The Creoles, also known as “Kriols,” are descended from English loggers and African slaves, most of whom came to Belize by way of Jamaica. Many settlers engaged in activity with these dark-skinned African women, resulting in the Creole people. Within Belize, “Creoles” means any black, non-“Garinagu;” Garinagu is a term for anyone whose primary language is something other than Creole. The newly independent Belize of 1981 was 70% Creole. Today, that percentage has dwindled down to just 25%; this shift in dominance is largely due to refugee from Central America and emigration.

History

Belize’s National Kriol Council (NKC) states that black slaves had been established along Central America’s coast since the 1500s and that 1724 saw the British beginning to use slaves in Jamaica and other countries. Despite great hardships and abuse, these slaves defended British Honduras in skirmishes like the Battle of St. George’s Caye.

The Creoles mostly settled into modern day Belize City, spreading out into all of its districts during the 1800s. This growing sense of cultural pride led to multiple clashes. By the 1900s, the Creoles had led the way in developing British Honduras but after multiple riots and even a massive hurricane in 1931, the first trade unions and even the People’s United Party (PUP) were established. While the Creoles continued to dominate politics, the country suffered when another hurricane hit in 1961. This disaster caused many Creoles to emigrate to the United States, sending money home to help friends and family.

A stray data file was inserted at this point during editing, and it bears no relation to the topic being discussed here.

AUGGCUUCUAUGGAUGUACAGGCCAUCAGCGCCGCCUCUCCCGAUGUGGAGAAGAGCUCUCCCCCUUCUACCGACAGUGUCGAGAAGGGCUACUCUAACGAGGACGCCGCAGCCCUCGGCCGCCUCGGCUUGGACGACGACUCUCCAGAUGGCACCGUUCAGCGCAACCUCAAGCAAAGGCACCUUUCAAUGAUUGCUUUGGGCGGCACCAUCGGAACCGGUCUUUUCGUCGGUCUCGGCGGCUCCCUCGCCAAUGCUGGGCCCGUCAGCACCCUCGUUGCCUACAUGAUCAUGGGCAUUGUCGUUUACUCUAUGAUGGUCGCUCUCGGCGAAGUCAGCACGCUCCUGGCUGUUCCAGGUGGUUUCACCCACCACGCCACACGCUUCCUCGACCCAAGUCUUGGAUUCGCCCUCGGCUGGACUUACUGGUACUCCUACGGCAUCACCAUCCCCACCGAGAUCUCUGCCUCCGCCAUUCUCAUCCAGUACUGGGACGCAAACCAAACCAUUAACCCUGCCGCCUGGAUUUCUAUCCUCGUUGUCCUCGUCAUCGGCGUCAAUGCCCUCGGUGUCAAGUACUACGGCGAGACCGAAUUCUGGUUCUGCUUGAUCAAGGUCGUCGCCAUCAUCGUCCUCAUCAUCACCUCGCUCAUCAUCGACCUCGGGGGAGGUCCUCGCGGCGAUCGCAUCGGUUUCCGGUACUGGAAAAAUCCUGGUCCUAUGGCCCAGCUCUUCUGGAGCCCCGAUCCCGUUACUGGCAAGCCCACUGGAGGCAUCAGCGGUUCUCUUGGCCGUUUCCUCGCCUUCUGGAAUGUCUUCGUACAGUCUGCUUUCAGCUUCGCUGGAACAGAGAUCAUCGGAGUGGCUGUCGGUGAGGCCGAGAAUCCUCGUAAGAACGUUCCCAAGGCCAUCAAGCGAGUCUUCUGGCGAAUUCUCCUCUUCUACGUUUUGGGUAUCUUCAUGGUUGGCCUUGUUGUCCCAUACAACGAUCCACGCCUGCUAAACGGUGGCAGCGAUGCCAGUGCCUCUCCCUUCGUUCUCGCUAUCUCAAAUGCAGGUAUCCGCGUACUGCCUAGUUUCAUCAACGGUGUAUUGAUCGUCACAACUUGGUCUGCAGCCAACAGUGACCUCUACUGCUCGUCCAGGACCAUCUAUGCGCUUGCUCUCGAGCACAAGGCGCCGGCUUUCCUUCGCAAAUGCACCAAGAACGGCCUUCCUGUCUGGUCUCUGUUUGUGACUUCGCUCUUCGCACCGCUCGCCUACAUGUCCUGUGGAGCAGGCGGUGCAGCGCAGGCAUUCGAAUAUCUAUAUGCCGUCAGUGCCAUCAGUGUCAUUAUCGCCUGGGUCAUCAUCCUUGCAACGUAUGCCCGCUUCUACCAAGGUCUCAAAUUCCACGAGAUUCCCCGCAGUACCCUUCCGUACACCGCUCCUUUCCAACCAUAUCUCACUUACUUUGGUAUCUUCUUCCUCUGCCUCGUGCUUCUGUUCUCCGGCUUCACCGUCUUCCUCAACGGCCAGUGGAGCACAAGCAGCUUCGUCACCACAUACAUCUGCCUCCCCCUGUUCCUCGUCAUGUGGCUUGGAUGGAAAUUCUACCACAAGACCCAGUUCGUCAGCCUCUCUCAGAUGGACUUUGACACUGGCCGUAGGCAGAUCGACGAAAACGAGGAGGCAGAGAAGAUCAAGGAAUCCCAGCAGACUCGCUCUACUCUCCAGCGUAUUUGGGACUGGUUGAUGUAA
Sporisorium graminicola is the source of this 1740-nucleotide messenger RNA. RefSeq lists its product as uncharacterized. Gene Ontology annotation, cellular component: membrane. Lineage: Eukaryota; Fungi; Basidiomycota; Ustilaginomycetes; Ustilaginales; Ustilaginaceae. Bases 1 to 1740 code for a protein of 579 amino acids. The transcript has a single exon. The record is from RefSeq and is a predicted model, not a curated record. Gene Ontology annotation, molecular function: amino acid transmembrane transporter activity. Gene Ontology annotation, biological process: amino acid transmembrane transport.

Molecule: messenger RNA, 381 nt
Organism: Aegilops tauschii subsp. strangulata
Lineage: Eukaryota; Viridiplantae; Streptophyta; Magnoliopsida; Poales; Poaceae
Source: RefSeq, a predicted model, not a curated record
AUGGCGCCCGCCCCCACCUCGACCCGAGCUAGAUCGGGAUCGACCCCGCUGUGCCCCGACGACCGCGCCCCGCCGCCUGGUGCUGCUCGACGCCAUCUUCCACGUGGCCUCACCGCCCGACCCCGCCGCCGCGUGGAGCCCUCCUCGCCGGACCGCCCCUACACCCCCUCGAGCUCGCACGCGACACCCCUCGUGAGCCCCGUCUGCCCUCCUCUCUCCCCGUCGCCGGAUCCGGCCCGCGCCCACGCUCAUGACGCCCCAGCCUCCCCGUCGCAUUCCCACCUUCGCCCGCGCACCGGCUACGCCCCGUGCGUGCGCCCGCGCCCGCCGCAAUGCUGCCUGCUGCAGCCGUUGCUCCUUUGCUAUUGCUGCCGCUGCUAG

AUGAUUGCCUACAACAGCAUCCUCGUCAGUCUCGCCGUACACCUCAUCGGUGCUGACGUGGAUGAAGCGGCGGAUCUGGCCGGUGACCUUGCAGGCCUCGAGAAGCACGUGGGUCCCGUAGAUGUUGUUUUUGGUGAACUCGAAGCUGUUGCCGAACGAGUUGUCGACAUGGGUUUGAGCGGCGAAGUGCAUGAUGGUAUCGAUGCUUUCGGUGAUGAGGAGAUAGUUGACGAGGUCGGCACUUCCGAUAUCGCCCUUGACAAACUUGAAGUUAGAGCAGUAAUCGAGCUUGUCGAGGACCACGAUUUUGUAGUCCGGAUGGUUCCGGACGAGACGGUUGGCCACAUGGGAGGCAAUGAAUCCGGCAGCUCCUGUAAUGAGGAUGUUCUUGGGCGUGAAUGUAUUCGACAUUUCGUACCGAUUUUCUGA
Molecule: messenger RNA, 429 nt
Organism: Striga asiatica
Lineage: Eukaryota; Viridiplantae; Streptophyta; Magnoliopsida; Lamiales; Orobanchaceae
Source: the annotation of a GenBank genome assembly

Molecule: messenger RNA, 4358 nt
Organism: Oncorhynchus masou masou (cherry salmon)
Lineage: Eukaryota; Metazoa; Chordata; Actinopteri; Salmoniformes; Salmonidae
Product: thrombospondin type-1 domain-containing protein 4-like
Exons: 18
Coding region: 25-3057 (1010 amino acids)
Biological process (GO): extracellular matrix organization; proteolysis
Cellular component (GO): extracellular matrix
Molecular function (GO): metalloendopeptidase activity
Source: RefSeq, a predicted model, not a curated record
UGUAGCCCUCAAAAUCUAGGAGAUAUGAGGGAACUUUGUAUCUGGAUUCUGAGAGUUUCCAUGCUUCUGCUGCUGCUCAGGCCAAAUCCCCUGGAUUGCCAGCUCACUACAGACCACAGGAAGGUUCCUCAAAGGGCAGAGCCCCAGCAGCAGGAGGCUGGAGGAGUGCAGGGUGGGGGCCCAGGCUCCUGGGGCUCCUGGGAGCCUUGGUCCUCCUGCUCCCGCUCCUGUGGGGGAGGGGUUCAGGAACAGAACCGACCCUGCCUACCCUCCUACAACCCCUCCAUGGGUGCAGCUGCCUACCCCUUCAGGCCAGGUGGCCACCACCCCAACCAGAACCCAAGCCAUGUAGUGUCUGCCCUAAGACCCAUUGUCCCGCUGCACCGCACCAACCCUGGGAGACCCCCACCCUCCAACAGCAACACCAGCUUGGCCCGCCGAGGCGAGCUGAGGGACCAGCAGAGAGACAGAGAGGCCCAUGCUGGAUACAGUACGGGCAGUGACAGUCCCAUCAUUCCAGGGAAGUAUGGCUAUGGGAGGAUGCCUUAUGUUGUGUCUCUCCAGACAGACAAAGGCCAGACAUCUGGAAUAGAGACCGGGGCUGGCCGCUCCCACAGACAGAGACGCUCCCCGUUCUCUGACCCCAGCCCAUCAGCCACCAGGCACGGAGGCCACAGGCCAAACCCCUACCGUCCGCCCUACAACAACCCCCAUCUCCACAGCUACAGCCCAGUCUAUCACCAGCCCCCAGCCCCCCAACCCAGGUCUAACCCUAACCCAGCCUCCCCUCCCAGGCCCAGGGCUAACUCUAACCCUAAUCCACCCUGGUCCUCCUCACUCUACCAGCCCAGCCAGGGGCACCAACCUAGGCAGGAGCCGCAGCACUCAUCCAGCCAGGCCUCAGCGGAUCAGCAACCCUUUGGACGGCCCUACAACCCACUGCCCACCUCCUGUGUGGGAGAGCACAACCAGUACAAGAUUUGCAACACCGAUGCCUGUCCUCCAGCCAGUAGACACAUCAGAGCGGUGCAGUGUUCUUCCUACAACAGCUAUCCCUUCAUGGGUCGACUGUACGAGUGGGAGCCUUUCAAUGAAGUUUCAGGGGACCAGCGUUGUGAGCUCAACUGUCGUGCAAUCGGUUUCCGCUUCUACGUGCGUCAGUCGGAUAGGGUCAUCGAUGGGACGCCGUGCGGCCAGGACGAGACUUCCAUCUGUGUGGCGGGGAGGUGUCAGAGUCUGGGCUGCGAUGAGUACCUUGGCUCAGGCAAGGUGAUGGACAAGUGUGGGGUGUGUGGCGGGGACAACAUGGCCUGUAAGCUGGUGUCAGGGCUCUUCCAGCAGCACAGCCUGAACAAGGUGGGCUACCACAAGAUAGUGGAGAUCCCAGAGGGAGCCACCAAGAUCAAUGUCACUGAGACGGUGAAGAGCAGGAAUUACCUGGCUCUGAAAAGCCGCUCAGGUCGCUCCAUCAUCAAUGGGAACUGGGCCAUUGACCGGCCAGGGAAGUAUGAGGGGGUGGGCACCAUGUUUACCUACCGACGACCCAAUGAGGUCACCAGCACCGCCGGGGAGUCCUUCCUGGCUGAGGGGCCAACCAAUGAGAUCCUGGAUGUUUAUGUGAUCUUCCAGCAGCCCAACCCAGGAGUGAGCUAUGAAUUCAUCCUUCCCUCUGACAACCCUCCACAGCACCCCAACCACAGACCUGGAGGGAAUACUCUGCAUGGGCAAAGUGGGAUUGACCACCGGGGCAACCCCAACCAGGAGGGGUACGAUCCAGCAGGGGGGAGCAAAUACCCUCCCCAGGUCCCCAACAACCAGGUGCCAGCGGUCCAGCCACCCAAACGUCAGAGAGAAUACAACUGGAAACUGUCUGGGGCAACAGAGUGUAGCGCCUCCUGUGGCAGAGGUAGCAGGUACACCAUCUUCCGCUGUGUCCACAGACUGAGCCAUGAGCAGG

See Also: The People of Belize


Language

Creole is a hybridization of the languages of its culture’s slave ancestors and English. The NKC affirms Creole is distinct from English and believes it should be given the same level of attention that English receives in school.

Food and Drink

While Creole eat many of the same things most other Westerners recognize, there are a few notable mentions. Wangla, powder bun and potato pudding are all unique desserts and johnny-cakes are a common breakfast treat.

If you would like to learn about the many cultures within Belize in person, you will need somewhere to stay, and Black Orchid Resort is one of the best places you could choose. Not only is it 15 minutes away from Philip Goldson International Airport but guests can enjoy shuttle service to and from the airport.

If there is something in particular you would like to see or do or maybe you are just feeling adventurous, consider hiring ‘Belize R Us” for all your touring needs.